What does this mean? Some people are perfectly happy to lose to a better player. These are the "honorable defeat" people. They will vote for whomever made the more aggressive, noticeable strategic moves. Some people are only willing to lose to a certain demographic — they are okay with losing to men, but not to women, or vice-versa, or they are okay with losing to an unpleasant person with a family but not an unpleasant young, single pharmaceutical salesperson. Some people cannot bear the thought of losing to someone who outmaneuvered them and would rather choose the person who did nothing.
It is not your task to satisfy all of these people, because you can't. But all other things being equal, it is your task to figure out other people's thought patterns and maximize the number of people who can live with themselves after voting for you.
10. Do not be sucked in by the host. (The Thumb On The Scale Rule.) Back in the day, Jeff Probst was a mostly neutral host who teased out answers to questions in an effort to make the game more interesting. He is now a fairly open advocate for the players he likes, and he not infrequently presents arguments at tribal council that this person or that person should be voted off. He likes to phrase it as, "Does it worry you, Person I Don't Like, that they're going to think [argument that you should be voted off]?" This is basically always his own argument, not a hypothetical argument that might be made by someone else.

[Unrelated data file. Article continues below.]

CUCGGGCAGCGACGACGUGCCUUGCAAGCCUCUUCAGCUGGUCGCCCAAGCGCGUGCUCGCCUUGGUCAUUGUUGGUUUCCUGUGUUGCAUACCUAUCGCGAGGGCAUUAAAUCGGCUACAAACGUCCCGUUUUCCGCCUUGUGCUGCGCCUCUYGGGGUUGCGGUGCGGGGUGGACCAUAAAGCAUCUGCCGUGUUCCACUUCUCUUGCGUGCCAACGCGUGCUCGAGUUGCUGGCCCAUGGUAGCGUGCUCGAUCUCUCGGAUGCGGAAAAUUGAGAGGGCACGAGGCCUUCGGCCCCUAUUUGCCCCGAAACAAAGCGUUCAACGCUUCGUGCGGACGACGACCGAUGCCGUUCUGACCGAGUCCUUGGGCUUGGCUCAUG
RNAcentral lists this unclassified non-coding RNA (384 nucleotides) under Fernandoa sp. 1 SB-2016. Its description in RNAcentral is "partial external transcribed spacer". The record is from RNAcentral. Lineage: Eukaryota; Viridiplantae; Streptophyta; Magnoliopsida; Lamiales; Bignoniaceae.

When you realize that the host is not a neutral observer but an advocate for whomever he's rooting for — who is almost always whichever man he considers most rugged — you have to realize similarly that if you are not that person, he is trying to trap you. If there is a rugged man nearby, he is that man's attorney. Simultaneously, he is trying to make tribal council exciting, which has absolutely nothing to do with what you want.
Don't be afraid of being bad television, is what I am telling you.
These are the fundamentals. Everything else depends on your particular game, and every rule has individual exceptions. But for the most part, these are the rules that will increase your odds of winning rather than decrease them, and their opposites are the behaviors that have historically taken down the unwary.